Newscasts

PNS Daily Newscast - November 14, 2018. 


Hate Crimes on the rise in the United States. Also on the Wednesday rundown: a big hearing in Denver on a proposed rollback of methane limits; plus find out about "Give to the Max Day."

Daily Newscasts

Hot Summer Weather Puts Pets in Peril

PHOTO: Taking Fido for a ride is one of the joys of summer. But veterinarians caution against leaving a pet in a vehicle unattended, even with the windows cracked. Photo credit: pippalou/morguefile.com.
PHOTO: Taking Fido for a ride is one of the joys of summer. But veterinarians caution against leaving a pet in a vehicle unattended, even with the windows cracked. Photo credit: pippalou/morguefile.com.
June 27, 2014

HARRISBURG, Pa. - Dogs left in cars are an all too common summertime sight in parking lots. But animal experts say it's extremely dangerous, and could land pet owners in hot water.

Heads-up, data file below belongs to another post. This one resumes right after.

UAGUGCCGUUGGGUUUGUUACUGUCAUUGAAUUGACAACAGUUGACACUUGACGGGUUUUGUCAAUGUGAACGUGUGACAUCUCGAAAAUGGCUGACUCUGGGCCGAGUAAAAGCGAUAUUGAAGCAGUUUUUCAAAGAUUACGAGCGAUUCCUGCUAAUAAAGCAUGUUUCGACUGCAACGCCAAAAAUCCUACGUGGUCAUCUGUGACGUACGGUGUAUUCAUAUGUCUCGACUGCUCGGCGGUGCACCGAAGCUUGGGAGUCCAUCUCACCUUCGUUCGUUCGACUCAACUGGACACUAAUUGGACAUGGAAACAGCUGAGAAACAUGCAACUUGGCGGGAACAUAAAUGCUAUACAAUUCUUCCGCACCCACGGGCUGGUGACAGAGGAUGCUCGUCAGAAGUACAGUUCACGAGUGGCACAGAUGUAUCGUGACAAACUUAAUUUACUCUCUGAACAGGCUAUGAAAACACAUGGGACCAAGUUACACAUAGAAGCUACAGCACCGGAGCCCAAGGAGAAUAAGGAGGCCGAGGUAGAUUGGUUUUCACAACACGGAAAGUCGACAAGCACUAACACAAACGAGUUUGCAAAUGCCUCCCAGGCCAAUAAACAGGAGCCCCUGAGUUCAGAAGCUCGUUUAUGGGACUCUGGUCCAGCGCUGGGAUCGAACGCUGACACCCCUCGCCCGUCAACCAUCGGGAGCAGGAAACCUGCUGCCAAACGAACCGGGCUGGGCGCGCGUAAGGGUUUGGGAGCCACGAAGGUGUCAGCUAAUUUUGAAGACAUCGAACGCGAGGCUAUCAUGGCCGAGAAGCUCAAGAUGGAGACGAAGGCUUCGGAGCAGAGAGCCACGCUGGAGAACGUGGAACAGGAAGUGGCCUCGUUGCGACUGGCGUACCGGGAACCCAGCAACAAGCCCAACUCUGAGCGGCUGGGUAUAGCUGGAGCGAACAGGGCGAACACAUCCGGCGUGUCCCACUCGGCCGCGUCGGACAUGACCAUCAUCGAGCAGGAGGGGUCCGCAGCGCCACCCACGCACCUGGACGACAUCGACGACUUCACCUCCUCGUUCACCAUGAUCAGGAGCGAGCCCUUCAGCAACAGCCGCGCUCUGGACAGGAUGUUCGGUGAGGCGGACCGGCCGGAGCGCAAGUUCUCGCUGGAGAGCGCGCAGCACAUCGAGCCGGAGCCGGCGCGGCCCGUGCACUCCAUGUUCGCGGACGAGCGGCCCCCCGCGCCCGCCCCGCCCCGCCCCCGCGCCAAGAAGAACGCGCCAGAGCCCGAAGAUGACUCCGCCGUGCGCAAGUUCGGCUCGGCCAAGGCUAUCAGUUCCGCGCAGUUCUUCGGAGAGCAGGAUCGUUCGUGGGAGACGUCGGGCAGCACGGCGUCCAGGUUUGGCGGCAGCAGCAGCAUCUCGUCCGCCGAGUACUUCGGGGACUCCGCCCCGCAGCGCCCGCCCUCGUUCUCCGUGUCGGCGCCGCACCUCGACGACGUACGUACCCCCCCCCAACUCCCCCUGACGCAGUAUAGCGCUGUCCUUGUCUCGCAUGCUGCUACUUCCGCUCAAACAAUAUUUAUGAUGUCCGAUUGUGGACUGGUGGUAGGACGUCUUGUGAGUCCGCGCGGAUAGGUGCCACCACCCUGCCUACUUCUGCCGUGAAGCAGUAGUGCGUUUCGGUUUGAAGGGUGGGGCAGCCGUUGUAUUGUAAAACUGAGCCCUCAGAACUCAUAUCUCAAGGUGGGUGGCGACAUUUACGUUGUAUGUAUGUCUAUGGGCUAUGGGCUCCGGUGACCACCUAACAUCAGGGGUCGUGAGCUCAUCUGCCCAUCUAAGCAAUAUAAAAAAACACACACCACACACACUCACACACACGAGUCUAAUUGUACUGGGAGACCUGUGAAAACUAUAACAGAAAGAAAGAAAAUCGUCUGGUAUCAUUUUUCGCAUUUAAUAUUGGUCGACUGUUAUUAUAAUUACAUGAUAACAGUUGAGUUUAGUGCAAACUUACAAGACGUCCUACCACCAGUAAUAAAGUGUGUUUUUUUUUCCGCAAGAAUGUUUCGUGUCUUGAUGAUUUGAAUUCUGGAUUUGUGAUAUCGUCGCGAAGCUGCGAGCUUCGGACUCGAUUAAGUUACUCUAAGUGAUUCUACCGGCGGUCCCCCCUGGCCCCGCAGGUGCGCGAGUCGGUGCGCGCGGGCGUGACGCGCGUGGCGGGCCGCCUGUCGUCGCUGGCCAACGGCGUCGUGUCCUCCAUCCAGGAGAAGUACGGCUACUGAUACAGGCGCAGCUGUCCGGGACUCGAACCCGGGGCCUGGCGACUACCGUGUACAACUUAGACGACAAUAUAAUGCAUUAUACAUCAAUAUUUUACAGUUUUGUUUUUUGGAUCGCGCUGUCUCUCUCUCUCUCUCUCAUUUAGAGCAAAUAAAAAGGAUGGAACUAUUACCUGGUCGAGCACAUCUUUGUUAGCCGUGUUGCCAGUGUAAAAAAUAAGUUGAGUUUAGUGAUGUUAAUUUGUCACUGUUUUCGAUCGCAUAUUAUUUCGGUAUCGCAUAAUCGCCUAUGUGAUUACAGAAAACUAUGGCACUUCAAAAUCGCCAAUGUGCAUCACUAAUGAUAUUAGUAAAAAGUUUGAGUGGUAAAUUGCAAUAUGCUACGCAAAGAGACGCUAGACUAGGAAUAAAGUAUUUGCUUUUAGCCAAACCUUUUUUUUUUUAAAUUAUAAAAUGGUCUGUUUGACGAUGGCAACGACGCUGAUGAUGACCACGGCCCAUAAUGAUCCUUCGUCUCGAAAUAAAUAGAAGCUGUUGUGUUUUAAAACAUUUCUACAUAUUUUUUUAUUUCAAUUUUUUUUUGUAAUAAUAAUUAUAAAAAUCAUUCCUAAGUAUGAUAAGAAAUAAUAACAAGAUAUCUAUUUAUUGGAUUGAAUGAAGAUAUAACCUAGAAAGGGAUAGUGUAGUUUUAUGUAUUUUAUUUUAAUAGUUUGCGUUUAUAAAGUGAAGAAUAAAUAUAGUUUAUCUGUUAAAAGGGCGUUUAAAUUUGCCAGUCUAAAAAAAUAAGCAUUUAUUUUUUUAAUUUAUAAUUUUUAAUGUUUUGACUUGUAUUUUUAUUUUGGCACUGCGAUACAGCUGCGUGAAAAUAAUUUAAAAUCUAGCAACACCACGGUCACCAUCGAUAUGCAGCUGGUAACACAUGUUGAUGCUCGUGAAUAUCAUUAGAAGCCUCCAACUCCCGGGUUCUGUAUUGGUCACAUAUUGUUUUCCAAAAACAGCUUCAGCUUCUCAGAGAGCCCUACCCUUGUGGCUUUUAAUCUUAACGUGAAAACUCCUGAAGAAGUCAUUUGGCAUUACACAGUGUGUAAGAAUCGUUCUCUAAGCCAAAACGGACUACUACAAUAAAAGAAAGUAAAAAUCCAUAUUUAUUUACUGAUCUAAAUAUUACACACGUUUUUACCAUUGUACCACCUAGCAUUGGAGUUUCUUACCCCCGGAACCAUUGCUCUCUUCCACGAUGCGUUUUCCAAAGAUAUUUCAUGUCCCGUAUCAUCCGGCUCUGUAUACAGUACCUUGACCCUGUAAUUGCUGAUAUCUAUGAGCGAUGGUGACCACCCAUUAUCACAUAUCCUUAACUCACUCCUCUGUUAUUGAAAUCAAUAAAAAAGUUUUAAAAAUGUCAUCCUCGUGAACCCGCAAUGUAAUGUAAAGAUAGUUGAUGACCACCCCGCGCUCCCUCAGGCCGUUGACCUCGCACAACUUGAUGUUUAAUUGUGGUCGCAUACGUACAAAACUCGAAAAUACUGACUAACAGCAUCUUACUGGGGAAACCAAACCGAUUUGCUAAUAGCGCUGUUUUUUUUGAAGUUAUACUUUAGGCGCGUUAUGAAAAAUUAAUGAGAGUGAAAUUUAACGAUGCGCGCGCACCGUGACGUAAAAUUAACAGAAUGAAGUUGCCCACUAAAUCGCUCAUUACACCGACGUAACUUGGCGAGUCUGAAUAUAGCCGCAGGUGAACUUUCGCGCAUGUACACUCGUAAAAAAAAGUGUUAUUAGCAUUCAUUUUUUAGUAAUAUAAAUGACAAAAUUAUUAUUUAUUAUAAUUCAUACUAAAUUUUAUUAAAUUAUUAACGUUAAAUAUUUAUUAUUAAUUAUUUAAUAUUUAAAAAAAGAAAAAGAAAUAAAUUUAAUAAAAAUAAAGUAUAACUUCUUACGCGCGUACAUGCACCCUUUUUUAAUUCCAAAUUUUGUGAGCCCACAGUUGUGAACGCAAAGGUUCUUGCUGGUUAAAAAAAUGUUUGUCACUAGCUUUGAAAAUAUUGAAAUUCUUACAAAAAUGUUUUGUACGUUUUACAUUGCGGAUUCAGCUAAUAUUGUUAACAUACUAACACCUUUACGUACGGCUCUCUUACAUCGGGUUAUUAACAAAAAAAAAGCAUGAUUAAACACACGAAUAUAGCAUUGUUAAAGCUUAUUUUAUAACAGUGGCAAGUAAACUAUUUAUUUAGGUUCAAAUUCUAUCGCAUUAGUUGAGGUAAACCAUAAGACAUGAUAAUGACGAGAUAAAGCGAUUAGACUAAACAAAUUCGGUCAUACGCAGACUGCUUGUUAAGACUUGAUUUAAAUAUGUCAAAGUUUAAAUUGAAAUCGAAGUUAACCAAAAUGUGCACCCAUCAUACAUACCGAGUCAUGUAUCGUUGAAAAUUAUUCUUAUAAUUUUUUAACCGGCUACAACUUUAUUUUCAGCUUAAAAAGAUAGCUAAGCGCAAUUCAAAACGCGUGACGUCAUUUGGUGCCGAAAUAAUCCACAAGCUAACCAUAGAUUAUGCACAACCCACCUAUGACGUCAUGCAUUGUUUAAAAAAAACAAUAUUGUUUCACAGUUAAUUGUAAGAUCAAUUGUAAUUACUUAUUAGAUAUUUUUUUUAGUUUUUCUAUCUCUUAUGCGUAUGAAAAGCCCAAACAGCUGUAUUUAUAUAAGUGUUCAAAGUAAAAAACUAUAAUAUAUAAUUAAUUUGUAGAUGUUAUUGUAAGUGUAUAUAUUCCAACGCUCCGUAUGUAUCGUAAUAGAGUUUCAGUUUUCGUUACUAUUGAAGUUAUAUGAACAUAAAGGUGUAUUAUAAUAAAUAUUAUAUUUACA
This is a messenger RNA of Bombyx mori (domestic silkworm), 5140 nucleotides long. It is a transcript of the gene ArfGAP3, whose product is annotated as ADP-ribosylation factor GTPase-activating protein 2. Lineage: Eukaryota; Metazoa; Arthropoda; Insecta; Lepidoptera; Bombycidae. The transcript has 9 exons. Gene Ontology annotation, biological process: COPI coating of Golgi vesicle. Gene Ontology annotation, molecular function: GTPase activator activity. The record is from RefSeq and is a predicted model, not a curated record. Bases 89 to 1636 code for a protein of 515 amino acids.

Courtney Thomas, president and CEO of Great Plains Society for the Prevention of Cruelty to Animals, said animals left in cars can suffer heatstroke within minutes.

"The side effects of that can ultimately result in the death of the pet," said Thomas. "Other neurological and sometimes permanent situations can arise as well."

Thomas also warned that the perils for pets may not always seem evident, but they shouldn't be left in a car for any length of time. Temperatures can soar inside a vehicle, even with the windows cracked.

"You may park your car in what you believe to be the shade," said Thomas. "By the time you get out of the store, your dog or cat may be sitting in direct sunlight. You wouldn't leave a human child in the car, and pet owners really shouldn't do it with their pets, either."

Thomas added it's important to ensure animals have access to water in the summer, as their body temperatures run high naturally.

Thomas said it's critical to get an overheated animal to a veterinarian as quickly as possible, and to cool them down on the way. She recommended cold, but not icy, water and compresses.

Signs of heatstroke in animals include panting and seizures.

Tom Joseph/Chris Thomas, Public News Service - PA